Right to information
On 1 July 2010 new right to information legislation came into effect, replacing the former freedom of information law.
The new law:
creates new rights to information that are designed to meet community expectations of more open and transparent government
encourages government agencies to proactively release government information.
You can find out more about your right to information and new ways to access NSW government information on the Office of the Information Commissioner (OIC) website.
In NSW, the Government Information (Public Access) Act 2009 now gives you the legal right to obtain access to information held by state government agencies, Ministers, local government agencies and other public bodies. You may also access information held by private companies on behalf of government agencies.
Under the right to information legislation, information may be accessed in four ways:
Mandatory proactive disclosure
Authorised proactive disclosure
Informal release of government information – government information may be available without the need for a formal application. Contact the Right to Information Officer (RIO) for more information.
Formal access applications – these are only required if the information you require is unavailable by other means. Information may already be available from:
OSR must also disclose instances when an application for access to government information has been refused.
Documents tabled in Parliament by OSR are also available on the NSW Parliament website.
All contracts that OSR enters into with the private sector which are valued over $150,000 must be recorded in the register of government contracts.
OSR maintains a record of major assets acquired during each financial year.
Note: there is no need to make an access application for your own personal information, unless that information also affects information belonging to third parties. Contact the RIO for more information.
How to make an application to OSR
Step 1. Decide exactly what information you need and who has it
If you are not sure what the document is called or what information you may need, contact us.
We cannot process access applications for information held by other Government agencies. We cannot give you access to information held by a local council or any other department of the NSW State Government. Requests should be made directly to the agency which holds the information being sought
Step 2. Check if the information is already available
Check the relevant websites to see whether the information you are seeking is available to the public. It may already be released, be contained in a publication such as an Annual Report, or be available through a Disclosure Log. In addition, you may be able to obtain non-personal and non-confidential information free on request.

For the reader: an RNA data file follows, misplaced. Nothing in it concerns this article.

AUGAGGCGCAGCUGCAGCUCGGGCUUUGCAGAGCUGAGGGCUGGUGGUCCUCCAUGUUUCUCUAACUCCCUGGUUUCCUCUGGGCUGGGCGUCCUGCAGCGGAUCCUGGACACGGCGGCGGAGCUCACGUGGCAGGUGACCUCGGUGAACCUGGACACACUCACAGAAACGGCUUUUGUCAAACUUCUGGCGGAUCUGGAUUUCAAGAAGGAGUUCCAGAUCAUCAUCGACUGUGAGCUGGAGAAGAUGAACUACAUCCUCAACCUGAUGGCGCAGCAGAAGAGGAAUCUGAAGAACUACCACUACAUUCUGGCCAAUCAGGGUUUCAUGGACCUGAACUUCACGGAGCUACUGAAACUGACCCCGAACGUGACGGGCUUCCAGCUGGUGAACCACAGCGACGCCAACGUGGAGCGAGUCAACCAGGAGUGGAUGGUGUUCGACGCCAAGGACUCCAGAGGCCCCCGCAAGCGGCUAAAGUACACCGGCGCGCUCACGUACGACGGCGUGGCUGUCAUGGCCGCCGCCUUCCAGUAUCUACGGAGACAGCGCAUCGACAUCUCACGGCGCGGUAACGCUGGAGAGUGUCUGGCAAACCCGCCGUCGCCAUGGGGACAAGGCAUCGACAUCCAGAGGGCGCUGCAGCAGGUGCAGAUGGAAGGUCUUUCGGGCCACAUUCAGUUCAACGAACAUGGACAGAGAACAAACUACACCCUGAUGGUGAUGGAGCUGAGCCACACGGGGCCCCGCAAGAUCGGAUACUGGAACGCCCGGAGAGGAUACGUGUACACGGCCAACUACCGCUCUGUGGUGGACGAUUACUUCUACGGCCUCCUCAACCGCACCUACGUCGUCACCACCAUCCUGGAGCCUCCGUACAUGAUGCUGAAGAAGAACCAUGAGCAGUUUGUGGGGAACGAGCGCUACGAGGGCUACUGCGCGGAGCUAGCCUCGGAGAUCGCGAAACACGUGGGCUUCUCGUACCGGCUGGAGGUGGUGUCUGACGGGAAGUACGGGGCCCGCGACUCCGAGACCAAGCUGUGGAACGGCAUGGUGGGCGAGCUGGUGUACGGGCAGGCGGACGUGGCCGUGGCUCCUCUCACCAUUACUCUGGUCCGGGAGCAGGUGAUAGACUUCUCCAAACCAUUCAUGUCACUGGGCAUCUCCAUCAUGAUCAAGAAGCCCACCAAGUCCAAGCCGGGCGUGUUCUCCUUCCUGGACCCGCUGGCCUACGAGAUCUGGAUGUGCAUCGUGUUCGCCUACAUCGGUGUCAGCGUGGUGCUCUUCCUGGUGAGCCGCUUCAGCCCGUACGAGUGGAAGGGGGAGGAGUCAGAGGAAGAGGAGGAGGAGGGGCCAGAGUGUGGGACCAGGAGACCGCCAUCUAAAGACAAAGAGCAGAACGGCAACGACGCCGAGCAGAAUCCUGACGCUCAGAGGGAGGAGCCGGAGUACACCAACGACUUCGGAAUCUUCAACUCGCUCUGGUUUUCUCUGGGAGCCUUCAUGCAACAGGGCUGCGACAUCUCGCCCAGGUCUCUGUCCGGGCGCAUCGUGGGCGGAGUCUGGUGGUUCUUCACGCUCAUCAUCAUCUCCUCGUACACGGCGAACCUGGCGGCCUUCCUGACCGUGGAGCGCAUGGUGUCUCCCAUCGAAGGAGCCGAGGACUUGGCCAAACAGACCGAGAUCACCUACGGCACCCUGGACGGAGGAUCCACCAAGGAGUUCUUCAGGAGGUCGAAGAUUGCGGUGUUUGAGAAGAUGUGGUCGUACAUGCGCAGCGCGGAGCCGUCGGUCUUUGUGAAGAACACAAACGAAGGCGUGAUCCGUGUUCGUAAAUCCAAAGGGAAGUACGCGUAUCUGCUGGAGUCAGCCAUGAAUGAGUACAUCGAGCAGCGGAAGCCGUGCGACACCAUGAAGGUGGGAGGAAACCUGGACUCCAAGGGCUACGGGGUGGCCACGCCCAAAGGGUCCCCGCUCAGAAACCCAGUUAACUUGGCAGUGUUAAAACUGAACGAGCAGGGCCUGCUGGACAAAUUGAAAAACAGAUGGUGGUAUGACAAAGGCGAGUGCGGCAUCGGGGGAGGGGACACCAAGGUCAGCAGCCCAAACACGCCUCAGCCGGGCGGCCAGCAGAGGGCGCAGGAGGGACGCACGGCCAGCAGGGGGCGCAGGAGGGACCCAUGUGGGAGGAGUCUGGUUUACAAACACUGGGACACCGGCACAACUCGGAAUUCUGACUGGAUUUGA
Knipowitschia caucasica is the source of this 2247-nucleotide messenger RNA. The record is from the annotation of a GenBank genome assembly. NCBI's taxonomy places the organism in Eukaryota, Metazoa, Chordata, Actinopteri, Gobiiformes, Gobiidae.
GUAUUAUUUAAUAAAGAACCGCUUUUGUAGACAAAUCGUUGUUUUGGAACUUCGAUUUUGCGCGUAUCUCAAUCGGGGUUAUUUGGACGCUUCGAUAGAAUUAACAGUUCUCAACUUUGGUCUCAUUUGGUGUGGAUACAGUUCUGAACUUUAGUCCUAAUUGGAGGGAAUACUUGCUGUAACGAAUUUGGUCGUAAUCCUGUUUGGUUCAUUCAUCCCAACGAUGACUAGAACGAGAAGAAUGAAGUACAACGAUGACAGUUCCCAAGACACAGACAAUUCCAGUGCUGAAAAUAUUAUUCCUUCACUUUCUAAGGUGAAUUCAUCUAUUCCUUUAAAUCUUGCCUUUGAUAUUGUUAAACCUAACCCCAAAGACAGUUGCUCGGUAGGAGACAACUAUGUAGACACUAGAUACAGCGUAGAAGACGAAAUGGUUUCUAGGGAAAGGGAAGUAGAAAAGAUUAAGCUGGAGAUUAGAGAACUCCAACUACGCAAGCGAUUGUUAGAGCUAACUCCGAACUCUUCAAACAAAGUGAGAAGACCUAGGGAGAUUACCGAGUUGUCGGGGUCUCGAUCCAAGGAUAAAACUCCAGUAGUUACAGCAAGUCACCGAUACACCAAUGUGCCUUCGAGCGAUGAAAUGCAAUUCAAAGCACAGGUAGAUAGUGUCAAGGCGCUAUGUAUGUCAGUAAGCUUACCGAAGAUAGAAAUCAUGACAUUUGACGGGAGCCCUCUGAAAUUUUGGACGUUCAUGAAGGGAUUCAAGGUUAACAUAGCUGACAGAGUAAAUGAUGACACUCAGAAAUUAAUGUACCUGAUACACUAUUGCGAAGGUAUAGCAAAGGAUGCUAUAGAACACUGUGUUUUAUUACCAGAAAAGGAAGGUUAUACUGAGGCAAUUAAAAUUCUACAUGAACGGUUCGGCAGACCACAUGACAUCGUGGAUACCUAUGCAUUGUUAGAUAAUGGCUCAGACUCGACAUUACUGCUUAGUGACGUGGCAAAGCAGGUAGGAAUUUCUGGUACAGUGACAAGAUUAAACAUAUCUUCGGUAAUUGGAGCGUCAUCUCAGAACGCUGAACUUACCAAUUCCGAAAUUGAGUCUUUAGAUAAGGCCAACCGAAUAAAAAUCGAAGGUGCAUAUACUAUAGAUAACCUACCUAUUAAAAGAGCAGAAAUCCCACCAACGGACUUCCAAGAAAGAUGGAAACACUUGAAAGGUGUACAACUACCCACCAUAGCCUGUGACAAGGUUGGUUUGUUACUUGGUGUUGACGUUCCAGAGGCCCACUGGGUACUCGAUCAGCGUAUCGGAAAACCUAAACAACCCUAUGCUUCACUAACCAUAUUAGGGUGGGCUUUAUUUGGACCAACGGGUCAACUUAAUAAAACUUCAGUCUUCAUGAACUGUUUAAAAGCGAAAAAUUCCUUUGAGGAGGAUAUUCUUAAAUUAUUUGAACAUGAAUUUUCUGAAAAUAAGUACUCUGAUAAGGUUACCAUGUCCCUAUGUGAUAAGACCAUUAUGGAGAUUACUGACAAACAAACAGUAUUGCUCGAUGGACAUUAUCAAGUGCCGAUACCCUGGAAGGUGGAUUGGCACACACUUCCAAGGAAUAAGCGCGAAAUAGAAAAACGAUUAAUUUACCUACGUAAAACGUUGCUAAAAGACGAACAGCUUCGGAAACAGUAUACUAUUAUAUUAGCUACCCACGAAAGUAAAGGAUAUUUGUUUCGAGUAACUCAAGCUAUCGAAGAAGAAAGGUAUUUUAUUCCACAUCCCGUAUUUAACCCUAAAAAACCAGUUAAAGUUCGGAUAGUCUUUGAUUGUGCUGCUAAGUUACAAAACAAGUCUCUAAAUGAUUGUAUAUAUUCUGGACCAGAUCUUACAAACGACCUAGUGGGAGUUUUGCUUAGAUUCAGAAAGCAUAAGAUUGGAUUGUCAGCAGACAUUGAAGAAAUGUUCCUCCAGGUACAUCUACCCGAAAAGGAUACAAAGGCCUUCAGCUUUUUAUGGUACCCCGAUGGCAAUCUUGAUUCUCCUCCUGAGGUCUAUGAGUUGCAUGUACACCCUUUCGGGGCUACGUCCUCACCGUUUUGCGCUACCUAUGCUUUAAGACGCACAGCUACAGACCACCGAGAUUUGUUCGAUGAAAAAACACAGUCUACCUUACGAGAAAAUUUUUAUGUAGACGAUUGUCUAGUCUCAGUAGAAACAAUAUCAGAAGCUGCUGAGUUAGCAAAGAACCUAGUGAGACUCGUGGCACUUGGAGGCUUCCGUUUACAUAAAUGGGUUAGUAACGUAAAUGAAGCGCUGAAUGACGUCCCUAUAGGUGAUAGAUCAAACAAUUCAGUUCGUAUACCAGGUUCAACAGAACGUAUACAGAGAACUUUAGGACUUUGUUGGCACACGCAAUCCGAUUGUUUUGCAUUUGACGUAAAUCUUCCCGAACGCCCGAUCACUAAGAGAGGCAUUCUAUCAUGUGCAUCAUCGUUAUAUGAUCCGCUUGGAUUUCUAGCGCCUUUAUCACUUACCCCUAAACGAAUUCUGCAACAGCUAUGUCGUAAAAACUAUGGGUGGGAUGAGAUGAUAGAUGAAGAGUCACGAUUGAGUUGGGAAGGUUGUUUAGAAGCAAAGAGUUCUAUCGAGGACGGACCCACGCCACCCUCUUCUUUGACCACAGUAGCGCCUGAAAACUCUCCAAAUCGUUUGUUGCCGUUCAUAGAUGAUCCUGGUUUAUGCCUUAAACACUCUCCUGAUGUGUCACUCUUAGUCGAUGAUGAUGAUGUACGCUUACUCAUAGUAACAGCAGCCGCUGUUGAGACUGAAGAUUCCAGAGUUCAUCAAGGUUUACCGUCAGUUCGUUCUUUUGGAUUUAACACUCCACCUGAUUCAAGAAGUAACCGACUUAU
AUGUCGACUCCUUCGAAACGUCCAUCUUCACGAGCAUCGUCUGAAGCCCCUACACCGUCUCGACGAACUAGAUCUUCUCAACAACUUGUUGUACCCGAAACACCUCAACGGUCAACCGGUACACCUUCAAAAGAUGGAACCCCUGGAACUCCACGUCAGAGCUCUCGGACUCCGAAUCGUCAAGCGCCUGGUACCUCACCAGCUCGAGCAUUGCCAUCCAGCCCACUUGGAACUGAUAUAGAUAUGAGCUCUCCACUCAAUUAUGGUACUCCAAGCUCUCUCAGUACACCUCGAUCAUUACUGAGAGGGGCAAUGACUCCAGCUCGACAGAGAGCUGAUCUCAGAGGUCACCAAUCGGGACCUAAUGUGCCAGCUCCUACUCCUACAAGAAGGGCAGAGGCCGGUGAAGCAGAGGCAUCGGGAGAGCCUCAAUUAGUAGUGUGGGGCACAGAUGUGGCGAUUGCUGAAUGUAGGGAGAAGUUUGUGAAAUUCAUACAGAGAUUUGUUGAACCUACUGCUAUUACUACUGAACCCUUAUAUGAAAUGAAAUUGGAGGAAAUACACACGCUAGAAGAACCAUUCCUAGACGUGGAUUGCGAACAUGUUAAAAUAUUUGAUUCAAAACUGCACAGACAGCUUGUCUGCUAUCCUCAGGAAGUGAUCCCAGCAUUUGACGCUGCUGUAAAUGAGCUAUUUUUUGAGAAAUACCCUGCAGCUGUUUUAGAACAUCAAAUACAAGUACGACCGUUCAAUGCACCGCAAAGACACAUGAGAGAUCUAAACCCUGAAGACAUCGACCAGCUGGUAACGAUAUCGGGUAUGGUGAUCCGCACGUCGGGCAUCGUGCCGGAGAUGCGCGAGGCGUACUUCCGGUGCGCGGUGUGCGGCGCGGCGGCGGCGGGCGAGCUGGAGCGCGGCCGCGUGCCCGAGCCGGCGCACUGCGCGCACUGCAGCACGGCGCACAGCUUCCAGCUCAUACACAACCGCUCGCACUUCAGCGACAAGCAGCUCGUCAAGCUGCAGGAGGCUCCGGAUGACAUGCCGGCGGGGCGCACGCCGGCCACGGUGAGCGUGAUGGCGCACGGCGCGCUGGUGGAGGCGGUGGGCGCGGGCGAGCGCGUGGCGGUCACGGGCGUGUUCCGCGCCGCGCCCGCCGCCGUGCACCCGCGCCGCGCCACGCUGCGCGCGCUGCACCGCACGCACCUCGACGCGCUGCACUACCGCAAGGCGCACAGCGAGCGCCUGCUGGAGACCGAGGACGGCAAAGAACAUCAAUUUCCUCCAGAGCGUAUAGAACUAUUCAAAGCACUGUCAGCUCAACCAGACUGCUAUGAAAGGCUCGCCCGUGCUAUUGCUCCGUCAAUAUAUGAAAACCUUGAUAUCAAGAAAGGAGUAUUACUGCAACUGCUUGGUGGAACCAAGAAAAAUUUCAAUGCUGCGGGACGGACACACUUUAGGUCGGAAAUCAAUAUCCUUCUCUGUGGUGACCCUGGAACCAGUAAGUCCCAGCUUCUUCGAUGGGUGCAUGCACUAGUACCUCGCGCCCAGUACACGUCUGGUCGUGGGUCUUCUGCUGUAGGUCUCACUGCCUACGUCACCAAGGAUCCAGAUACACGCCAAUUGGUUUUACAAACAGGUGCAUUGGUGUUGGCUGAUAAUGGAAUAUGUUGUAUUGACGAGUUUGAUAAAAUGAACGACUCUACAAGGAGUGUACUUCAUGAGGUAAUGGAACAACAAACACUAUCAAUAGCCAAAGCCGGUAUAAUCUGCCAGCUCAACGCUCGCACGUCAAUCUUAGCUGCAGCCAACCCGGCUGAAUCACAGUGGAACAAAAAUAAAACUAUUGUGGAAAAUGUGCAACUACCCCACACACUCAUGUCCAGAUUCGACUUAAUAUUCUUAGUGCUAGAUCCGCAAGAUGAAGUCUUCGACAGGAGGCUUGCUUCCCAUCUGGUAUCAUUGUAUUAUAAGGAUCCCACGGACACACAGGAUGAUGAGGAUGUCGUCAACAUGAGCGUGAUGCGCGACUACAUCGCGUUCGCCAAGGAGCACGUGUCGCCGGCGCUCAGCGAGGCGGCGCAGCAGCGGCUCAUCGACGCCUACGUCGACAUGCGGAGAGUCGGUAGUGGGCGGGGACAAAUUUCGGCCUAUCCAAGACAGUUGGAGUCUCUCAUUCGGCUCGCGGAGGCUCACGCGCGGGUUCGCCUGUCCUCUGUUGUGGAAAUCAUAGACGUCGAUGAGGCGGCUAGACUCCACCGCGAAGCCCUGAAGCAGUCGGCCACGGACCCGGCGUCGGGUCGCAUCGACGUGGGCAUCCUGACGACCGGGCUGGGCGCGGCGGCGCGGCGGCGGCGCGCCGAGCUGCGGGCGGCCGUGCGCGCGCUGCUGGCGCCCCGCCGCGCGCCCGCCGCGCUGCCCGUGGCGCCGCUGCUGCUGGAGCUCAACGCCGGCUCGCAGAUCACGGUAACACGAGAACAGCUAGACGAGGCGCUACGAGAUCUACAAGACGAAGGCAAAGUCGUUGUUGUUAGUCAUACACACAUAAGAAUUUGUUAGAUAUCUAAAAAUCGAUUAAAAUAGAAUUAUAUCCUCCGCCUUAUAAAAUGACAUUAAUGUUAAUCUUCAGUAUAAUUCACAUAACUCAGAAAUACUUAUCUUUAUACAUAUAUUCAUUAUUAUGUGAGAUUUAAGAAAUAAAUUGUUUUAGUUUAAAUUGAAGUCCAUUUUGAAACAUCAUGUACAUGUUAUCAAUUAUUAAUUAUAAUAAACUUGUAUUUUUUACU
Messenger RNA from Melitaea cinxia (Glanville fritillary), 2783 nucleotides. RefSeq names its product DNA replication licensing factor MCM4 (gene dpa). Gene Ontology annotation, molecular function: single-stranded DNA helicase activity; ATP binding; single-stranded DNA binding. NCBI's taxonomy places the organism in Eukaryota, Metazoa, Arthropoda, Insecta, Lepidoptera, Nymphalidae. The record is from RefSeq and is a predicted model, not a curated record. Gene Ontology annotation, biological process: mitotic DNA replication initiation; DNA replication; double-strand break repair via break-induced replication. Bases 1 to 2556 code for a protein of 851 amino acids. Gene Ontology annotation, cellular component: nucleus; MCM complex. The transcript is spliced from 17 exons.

If you are asking for access to your own correspondence with OSR, for example, it will be made available to you without a formal access application. If there are numerous letters dating back several years and you only want a small number of them, you can always make an appointment to come in and look at your file and select the ones you want.
If you are unsure if the information is available, contact us.
Step 3. Making a formal access application
Make your request on an Access Application Form and post or deliver it, together with the $30 application fee, to OSR at the address shown on the form. Please note that a formal access application is not valid unless it is accompanied by the required fee. An application is also invalid if it requests access to exempt information but we will try to negotiate a valid application with you.
Your rights under the Government Information (Public Access) Act 2009
Under the new right to information legislation, you must be given access to government information when you request it, unless there is an overriding public interest against disclosure. Agencies must apply a public interest test to determine whether there are public interest considerations against disclosure which, on balance, outweigh the public interest considerations in favour of disclosure. If an agency decides to refuse to provide access to government information, it must give its reasons for doing so.
Your access application must be determined within 20 working days of receipt. If this deadline is not met, you are entitled to a refund of your application fee and any processing charges you may have paid. The deadline may be extended by up to 10 more working days if consultation with a third party is required or documents need to be retrieved from archives. An applicant and an agency may also agree to an extension of time for processing an access application.
If the deadline for processing is not met, the access application is deemed to have been refused and review rights are automatically invoked.
Agencies are entitled to charge at the rate of $30 per hour for processing formal access applications and may make disclosure of information conditional on payment of the processing charge. The application fee of $30 counts as a payment toward any processing charge.
A 50% discount on processing charges must be given if an applicant holds a pensioner concession card, is a full-time student or is a non-profit organisation. A 50% discount may be given if an applicant is able to demonstrate that disclosure of the information being sought will be of special benefit to the public.
Rights of review
The right to information regime allows applicants extensive rights of review, either as an internal review by the agency or a review by the Information Commissioner and/or the Administrative Decisions Tribunal. An application for internal review will normally cost $40 and must be made within 20 working days of a decision being notified to an applicant. Applications for review to the Information Commissioner must be made within eight weeks of a decision being made.
For more information contact:
The Right to Information Officer